There is more than one way to read this one. I see this as a story about people using cronyism and favour-pulling to get access to military resources (aka taxpayer funded resources) to accomplish a mission which almost no one else would be able to accomplish, regardless of how critical their situation, motivated by personal sentiment which was entertained at others' expense. That's not what our military or our society is supposed to be about, if you ask me.

It would be absolutely beyond unimaginable for this kind of effort to be taken for a run of the mill vet, even if they were as critically ill. As connected as one may be, I doubt that there are many people who could get the Corps Commandant, a Marine One chopper and officers from multiple police departments working in their behalf without some kind of graft involved.

From the article: Marine lawyers instantly approved the use of military materiel for Ripley, including nearly three hours on a helicopter that costs up to $6,000 an hour to operate.

$18,000 to get him this organ, while normal procedure states that if an organ cannot make it to the first priority recepient in enough time to ensure viability, then it goes to someone further down on the priority list, but who is geographically close enough that transportation would not be an issue. Sometimes that means that the first priority patient dies. I wonder if there wasn't someone in Philadelphia who could've used this organ, but didn't get it because someone had exceptional influence that enabled it to be routed Ripley's way.

I have seen the inefficient, limited, stretched-thin VA system firsthand, thanks to my husband (Gulf War vet Marine officer) and grandfather (WWII and Korean War naval officer) and I've been horrified. I watched as my combat-decorated grandfather (who left half of a foot in Korea) died in a facility that couldn't even keep working, intact blinds on the windows or a box of tissues next to the patients' beds. From those experiences, I feel strongly that most vets simply will never get anything remotely approaching this kind of special string-pulling.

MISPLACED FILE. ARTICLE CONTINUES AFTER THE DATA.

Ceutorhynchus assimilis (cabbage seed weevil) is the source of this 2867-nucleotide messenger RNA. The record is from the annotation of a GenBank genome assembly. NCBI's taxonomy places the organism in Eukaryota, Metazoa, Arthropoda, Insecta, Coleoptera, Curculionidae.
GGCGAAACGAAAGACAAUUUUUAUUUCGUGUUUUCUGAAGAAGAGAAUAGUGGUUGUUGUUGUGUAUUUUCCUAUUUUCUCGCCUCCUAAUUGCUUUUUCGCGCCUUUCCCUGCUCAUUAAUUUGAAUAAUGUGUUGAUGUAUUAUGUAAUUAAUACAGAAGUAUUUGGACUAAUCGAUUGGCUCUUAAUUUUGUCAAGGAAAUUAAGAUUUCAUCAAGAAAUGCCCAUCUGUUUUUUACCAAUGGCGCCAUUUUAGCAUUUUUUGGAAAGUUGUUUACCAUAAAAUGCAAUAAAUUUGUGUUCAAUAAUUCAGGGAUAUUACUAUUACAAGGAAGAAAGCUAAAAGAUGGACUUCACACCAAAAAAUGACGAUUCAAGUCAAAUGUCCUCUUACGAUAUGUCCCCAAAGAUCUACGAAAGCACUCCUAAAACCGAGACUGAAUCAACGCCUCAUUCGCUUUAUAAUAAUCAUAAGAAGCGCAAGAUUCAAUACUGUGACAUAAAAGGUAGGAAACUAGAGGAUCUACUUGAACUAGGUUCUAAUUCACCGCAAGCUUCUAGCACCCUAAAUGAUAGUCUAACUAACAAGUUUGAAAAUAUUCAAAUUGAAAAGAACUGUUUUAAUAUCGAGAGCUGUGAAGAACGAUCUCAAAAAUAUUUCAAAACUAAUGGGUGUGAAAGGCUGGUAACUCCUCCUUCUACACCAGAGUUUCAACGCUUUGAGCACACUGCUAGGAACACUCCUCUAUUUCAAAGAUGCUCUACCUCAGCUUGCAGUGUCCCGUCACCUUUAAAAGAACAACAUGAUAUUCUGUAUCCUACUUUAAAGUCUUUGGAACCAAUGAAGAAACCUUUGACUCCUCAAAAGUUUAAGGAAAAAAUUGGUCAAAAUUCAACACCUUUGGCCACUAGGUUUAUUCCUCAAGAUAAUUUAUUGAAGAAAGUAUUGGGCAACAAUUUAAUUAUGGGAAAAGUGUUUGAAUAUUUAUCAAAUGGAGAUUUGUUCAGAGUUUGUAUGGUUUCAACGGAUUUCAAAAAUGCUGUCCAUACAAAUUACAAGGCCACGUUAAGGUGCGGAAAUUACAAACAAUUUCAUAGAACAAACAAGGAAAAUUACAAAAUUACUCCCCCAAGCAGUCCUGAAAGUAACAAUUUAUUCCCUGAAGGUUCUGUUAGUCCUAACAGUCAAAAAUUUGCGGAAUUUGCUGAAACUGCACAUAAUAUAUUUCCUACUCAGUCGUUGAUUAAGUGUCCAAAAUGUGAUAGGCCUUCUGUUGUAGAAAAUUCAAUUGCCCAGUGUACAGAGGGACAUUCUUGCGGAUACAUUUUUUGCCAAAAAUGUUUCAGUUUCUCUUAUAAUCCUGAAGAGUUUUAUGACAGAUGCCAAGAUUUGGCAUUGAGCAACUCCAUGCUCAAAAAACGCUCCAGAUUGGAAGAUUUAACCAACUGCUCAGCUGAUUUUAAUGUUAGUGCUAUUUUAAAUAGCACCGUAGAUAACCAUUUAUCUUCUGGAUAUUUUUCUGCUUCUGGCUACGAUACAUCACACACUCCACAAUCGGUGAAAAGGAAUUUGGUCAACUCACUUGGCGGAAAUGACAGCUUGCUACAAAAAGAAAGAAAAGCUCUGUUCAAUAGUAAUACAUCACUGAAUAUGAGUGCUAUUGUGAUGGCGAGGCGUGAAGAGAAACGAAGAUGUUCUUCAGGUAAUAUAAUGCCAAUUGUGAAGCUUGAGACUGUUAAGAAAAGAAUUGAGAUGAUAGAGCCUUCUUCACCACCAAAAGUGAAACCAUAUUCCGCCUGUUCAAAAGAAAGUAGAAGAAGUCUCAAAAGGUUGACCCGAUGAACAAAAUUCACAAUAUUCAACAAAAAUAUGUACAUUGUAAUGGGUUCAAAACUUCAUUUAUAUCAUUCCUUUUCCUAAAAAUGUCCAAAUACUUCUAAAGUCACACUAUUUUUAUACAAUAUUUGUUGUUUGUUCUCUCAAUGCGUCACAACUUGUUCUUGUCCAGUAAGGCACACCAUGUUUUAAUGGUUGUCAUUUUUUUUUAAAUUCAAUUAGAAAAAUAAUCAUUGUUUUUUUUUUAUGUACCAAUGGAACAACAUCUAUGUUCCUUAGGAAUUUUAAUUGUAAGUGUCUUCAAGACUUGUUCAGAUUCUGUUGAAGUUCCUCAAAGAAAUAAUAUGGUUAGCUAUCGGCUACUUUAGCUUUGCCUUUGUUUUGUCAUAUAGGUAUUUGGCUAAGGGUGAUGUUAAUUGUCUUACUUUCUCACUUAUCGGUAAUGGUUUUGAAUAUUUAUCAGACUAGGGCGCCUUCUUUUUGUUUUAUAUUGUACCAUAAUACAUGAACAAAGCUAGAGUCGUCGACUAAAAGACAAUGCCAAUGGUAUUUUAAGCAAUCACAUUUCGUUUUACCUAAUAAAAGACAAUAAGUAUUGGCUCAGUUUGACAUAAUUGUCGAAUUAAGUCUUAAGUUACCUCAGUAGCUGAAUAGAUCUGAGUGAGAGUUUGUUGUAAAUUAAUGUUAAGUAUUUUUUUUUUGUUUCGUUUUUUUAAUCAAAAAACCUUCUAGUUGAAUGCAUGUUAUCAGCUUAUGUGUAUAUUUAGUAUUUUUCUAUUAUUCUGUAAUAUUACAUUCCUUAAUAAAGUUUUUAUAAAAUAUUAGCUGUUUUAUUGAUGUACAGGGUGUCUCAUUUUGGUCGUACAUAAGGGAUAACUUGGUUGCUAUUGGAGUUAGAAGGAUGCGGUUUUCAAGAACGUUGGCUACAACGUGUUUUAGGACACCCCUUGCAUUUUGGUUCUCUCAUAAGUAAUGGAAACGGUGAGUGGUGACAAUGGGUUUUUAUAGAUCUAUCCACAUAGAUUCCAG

We constantly hear about how unfair it is that the poor and uninsured in this nation get care at a far lower standard than the rich or well-covered. Health care ought not be, the argument goes, doled out on a sliding scale based on the patient's bank balance. Shouldn't it also not be doled out on a sliding scale based on the patient's ability to get others to go to extraordinary, costly measures?
posted by Dreama at 10:11 AM on August 29, 2002


Preach on, Dreama.
posted by beth at 10:59 AM on August 29, 2002


Even if this is an example of someone using connections unavailable to most of the population, can anyone really fault Col. Ripley for doing so? He was dying, and saw a way to possibly avoid that (well, delay). Most people in a life-or-death situation would use any connections they had available to them.

I don't think the problem is that the USMC was able to give such preferential treatment to Col. Ripley, I think the real problem is that our government doesn't see giving adequate, much less equivalent, treatment to all vets as a high enough priority.
posted by Kellydamnit at 1:23 PM on August 29, 2002


That sounds a more on target, Kellydamnit.
posted by Lord Chancellor at 1:39 PM on August 29, 2002


Indeed Kellydamnit. I don't begrudge Col. Ripley his liver. I pray for his continued recovery. But I do wish that a balance could be found between helicopters on Georgetown's playing fields and vets getting medical care without sitting in a clinic waiting room for six hours every time or dying in places where they can't blow their noses.
posted by Dreama at 5:24 PM on August 29, 2002